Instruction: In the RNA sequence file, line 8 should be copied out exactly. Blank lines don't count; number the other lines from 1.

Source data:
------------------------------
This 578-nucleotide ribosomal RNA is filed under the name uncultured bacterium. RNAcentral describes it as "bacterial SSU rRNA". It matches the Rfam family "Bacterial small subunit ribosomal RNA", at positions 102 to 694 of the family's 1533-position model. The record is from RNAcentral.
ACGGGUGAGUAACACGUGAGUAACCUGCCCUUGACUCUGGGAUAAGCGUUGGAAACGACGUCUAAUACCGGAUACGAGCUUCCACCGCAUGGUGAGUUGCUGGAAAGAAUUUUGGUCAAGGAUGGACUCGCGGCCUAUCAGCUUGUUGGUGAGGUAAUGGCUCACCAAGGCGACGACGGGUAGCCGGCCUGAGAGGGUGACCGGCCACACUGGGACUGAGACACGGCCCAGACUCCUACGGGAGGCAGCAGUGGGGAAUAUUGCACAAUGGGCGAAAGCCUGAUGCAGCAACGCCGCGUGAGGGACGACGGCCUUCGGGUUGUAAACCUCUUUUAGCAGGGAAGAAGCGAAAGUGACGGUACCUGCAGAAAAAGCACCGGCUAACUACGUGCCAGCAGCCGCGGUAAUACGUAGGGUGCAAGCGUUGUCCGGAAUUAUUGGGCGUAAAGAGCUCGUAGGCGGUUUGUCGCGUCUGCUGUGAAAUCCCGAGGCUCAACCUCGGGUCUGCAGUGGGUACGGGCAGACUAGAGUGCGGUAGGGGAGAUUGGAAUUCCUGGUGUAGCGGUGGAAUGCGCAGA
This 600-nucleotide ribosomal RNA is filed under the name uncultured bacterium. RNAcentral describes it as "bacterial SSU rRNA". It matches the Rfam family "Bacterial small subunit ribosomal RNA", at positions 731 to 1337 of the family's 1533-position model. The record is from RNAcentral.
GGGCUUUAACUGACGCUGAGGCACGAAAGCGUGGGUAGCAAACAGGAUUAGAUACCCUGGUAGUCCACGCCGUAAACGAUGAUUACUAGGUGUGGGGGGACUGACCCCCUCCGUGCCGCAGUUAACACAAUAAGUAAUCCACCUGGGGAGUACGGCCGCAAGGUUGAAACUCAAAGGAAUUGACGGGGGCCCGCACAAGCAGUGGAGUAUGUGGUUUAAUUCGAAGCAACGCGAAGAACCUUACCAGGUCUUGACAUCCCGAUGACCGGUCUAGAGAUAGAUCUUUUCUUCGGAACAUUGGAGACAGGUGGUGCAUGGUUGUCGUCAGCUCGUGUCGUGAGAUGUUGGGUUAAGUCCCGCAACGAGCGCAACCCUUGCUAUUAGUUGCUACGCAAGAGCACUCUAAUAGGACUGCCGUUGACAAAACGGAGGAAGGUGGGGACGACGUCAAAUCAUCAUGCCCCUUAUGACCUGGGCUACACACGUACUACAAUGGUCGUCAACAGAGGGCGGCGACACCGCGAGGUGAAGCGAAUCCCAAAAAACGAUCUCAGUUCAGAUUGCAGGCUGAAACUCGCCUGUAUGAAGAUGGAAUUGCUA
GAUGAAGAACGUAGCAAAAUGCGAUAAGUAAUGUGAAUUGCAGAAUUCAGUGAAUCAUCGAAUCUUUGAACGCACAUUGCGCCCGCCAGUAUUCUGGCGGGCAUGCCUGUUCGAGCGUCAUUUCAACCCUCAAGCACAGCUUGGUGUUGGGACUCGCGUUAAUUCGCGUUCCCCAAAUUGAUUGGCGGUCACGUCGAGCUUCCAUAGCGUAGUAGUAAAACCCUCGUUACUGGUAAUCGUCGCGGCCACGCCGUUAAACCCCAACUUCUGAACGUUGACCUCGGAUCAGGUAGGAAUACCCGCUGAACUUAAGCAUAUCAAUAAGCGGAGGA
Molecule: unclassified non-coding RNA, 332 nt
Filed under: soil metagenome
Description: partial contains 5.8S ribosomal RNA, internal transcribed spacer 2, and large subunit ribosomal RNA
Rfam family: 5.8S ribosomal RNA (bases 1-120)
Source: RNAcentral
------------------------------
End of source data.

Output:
Description: partial contains 5.8S ribosomal RNA, internal transcribed spacer 2, and large subunit ribosomal RNA